January 17, 2020

After leading a military coup, Yahya Jammeh ruled The Gambia from 1996 until 2017. He is now making noises about returning from exile, which is very likely to result in widespread civil unrest between different communities across the country.




President Yahya Jammeh


Jammeh proved to be one of the most unacceptable West African leaders to the international community. During his presidency, he oversaw a spectrum of human rights abuses and suppressive domestic policies that reflect the extreme levels of his dictatorial authoritarianism. While living in luxurious accommodation in Banjul, he stole an estimated USD1bn from the state exchequer, raped office staff and awarded himself grand titles, caring little for the economic and social development of The Gambia itself.


His domestic policies were generally backed up by threats of extreme violence. Opposition politicians and journalists disappeared during his presidency, and he promoted the death penalty for his political opponents. He threatened to personally murder members of the LGBT community, and he had protesting students shot during a demonstration in 2000.


Jammeh’s apparent preference for traditional West African beliefs led to further human rights abuses. He claimed to be able to cure HIV and infertility by his own personally-developed herbal remedies, which he subsequently extended to cure HBP and asthma. He oversaw an operation run by government witch-doctors, during which hundreds of local nationals were arrested and imprisoned on charges of witchcraft.


Jammeh was removed from office in December 2017, after unexpectedly losing an election. He fled to Equatorial Guinea under the threat of military action from Senegal after initially refusing to accept defeat.




Latest developments


Last weekend, the leader of the ORJ party released recordings of Jammeh speaking with party officials, in which he announced his plans to return to The Gambia: “Apart from Allah, nobody can take me out of The Gambia”, he says in one recording. The party has subsequently stated that Jammeh is “on his way back”. This week, Jammeh was warned by the Gambian government not to try to return from exile in Equatorial Guinea.




Risk of civil unrest


It is not a straightforward issue, despite Jammeh’s record of authoritarianism and misrule. He still has thousands of supporters, mainly from his Jola ethnic group, who demonstrated in Banjul on Thursday, demanding his return.


Many protesters come from a growing anti-Barrow movement. Jammeh’s replacement as president, Adama Barrow, has already made himself unpopular by deciding to remain in office for five years, two years longer than his mandate. Thousands of these protesters marched in Banjul in December. Further protests are planned throughout January, to demand that Barrow calls elections. However, authorities have banned all anti-government demonstrations.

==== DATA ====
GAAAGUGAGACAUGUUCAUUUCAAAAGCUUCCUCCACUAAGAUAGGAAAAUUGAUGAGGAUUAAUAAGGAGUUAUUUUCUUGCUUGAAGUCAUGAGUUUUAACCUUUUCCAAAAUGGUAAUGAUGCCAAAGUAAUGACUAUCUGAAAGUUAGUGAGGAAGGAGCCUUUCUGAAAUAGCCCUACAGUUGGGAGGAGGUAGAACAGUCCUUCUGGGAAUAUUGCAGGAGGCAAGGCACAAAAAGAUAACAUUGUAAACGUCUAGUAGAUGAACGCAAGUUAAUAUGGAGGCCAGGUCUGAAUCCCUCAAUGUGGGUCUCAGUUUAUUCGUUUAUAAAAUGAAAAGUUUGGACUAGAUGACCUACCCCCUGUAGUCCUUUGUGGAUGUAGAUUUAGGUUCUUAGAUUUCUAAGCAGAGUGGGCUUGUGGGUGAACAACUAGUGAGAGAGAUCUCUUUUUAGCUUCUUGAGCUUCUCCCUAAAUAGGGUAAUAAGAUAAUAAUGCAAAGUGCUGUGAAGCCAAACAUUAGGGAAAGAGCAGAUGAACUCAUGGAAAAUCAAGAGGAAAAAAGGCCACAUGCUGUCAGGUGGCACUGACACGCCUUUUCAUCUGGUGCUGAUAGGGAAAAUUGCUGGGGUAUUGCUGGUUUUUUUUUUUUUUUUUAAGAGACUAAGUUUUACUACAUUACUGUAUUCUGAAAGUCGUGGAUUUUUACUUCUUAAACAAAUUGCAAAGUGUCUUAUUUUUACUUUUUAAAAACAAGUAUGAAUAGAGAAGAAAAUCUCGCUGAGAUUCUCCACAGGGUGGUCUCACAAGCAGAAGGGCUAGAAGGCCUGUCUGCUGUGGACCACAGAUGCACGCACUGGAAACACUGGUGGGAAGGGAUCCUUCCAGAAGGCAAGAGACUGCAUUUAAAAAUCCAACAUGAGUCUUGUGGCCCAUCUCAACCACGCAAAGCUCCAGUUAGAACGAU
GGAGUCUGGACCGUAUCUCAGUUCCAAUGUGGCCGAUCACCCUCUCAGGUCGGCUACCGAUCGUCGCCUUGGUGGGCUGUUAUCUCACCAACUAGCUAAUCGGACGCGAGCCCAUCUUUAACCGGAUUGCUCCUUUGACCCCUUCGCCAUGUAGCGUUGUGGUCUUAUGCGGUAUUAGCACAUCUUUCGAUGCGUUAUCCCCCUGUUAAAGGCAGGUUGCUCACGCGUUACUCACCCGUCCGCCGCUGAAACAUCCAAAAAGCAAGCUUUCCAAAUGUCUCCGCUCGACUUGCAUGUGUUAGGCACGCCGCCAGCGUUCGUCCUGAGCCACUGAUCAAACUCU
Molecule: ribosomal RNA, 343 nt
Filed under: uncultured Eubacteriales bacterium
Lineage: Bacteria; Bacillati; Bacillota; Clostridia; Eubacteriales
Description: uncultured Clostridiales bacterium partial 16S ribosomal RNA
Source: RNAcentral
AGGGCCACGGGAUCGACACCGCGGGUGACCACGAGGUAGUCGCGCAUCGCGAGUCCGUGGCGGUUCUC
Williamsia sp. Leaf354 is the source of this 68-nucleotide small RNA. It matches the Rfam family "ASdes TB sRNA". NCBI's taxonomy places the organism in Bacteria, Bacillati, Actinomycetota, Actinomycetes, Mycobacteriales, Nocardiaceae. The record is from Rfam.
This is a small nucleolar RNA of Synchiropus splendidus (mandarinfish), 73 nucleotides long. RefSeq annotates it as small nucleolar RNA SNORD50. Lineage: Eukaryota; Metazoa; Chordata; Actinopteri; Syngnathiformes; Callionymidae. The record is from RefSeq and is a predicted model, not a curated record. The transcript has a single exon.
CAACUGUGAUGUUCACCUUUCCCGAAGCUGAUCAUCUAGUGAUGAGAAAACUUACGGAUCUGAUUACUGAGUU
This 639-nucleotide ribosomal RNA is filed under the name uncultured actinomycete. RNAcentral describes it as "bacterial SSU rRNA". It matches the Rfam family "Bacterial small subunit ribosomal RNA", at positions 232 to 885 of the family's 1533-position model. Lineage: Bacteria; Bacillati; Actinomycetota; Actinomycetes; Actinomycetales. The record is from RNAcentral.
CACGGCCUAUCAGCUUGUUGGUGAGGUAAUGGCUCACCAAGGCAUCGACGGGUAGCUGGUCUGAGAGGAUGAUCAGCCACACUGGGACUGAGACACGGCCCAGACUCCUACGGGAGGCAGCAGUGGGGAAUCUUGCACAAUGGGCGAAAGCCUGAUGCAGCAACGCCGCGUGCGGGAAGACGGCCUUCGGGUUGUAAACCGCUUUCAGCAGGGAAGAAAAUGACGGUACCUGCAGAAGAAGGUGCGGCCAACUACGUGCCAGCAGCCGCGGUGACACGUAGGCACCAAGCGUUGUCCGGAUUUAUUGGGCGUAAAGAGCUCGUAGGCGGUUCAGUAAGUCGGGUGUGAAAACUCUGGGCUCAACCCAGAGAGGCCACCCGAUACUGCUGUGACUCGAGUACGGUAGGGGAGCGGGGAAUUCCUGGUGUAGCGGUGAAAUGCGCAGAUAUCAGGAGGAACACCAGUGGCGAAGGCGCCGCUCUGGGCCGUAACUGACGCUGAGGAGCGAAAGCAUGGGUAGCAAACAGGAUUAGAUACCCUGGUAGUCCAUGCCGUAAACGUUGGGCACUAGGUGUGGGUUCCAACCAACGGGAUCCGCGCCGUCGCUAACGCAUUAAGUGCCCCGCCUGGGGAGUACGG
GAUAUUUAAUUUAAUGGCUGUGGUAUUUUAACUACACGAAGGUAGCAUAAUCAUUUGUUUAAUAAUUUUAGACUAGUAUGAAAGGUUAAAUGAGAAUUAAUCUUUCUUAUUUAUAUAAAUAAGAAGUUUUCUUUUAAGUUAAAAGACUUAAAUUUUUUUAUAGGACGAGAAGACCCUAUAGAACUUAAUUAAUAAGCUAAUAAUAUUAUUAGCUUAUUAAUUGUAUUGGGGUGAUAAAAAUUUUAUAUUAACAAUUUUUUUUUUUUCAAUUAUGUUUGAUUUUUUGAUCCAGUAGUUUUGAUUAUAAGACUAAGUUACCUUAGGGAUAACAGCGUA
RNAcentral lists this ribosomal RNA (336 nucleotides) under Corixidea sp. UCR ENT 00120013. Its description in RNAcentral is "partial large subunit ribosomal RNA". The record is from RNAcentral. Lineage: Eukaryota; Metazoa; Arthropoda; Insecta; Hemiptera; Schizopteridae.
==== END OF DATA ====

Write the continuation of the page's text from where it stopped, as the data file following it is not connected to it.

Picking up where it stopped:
Violence between pro-Jammeh, pro-Barrow and general anti-Barrow demonstrators is very likely in the coming weeks. Gambian security forces are poorly trained and resort to violent tactics to break up the smallest of protests, which very often results in fatalities. If Jammeh returns to the Gambia, then the risk of civil unrest and further political violence is very high. As a former military commander, Jammeh may command the loyalty of much of the Gambian army, to the extent that a military coup may result.






NGS advises that travellers to The Gambia should:


–  Ensure they are staying in secure accommodation

–  Remain inside accommodation if localised violence breaks out

–  Avoid all demonstrations, rallies and large public gatherings, particularly if security forces are deployed (which is likely, given the recent ban on public protests)

–  Remain inside after dark, and should not walk outside on their own

–  Monitor media for local political developments that will impact the security situation (local media may not give impartial reporting, so international media may be of greater value)

–  Make contingency plans for transport disruption, particularly considering routes to hospitals and airports







Author: Jamie Thomson, NGS Senior Risk Analyst


NGS is an emergency evacuation company that runs tracking, remote medical and security operations for global clients.